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THE ROL OF ELECTRON MICROSCOPY IN THE ROUTINE STUDY OF NATIVE RENAL BIOPSIES

The justification for the routine use of electronic microscopy (EM) in the study of renal biopsies comes from studies made, most of them, in the sixties and principles of the seventies (1,2,3,4). Siegel et al (1) found that EM permitted to arrive at a substantially different diagnosis to the light microscopy (LM) diagnosis in 11% of cases, and Olsen et al (2) report this percentage being 13%. Muehrcke et al (3) found that EM significantly contributed to the diagnosis only in 6% of the cases; they concluded that EM it is not necessarily a routine procedure in the study of renal biopsies and that it is a luxury more than a necessity. All the previous studies were made without the aid of the immunofluorescence (IF). With the introduction of the routine use of the IF in the renal biopsy diagnosis, in the seventies, most of primary glomerulopathies can be well diagnosed, with accuracy, with LM and IF.

Three important changes have happened from the sixties with respect to the use of EM in the diagnosis of renal biopsies. 1.) The economic conditions of the medical practice have changed dramatically and there is a constant pressure to reduce the number of studies of high cost. EM is an expensive procedure, with a value approximately equivalent to LM plus IF study. 2.) IF in renal biopsies is now used in generalized form, in opposition to the habitual practice in the sixties, at that time the use of EM was considered in more detail and an almost obligatory technique in renal pathology. 3.) There are glomerular diseases, or variants of them, recently describes, several which need the ultrastructural study for their correct classification (5,6,7).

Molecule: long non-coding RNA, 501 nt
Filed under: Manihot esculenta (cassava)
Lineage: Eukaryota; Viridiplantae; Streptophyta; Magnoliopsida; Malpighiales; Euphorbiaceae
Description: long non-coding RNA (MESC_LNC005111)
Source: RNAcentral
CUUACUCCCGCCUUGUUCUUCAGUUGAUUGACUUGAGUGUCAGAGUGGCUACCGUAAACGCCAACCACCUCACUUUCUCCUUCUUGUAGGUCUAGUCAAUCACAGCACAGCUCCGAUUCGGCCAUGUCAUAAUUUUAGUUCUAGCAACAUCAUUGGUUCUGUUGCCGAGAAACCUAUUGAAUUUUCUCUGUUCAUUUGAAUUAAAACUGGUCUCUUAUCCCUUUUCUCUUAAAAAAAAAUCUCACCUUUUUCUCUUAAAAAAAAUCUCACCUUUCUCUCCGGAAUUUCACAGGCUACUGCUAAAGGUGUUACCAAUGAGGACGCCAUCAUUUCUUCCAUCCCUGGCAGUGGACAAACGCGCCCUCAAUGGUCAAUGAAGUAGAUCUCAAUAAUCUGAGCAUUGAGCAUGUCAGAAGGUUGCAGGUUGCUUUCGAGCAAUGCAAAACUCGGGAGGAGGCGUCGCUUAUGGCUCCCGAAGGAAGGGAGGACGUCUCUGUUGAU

In most of the renal diseases, with an adequate tissue sample, correctly processed, with optimal stains, and optimal IF it is possible to arrive to the precise diagnosis without EM.

Some of the primary glomerulopathies necessarily require EM: thin glomerular basement membrane disease, Alport syndrome, fibrillary and/or immunotactoid glomerulonephritis, and minimal change disease. In addition, it is useful, although not essential, in the diagnosis of any other glomerulopathy.


By frequency, minimal change disease is the glomerulopathy that more requires EM, since it is, by definition, an ultrastructural diagnosis. Nevertheless, in a suitable clinical context, with a representative sample of renal cortex, and adequate stains and IF it is possible to make a reliable diagnosis in most of the cases.

There are renal biopsies in which the IF gives doubtful results and the findings in the LM do not allow us to reach a final diagnoses; these cases require aid of the electron microscope and for them we must have reserved renal tissue for the ultrastructural study.

Dr Mark Haas recommends that if the ultrastructural study cannot be made routinely in all the biopsies of native kidney, it is wise to preserve the material in such a fashion that ultimately electron microscopy is still possible. This preserved tissue would serve to make the ultrastructural study if has not been possible to arrive at a definitive diagnosis with LM and IF (5,8). The same view is expressed by Drs. Amann and Haas in a recent article: What you should know about the work-up of a renal biopsy. Nephrol Dial Transplant. 2006;21:1157-61. [PubMed link] [Free full text].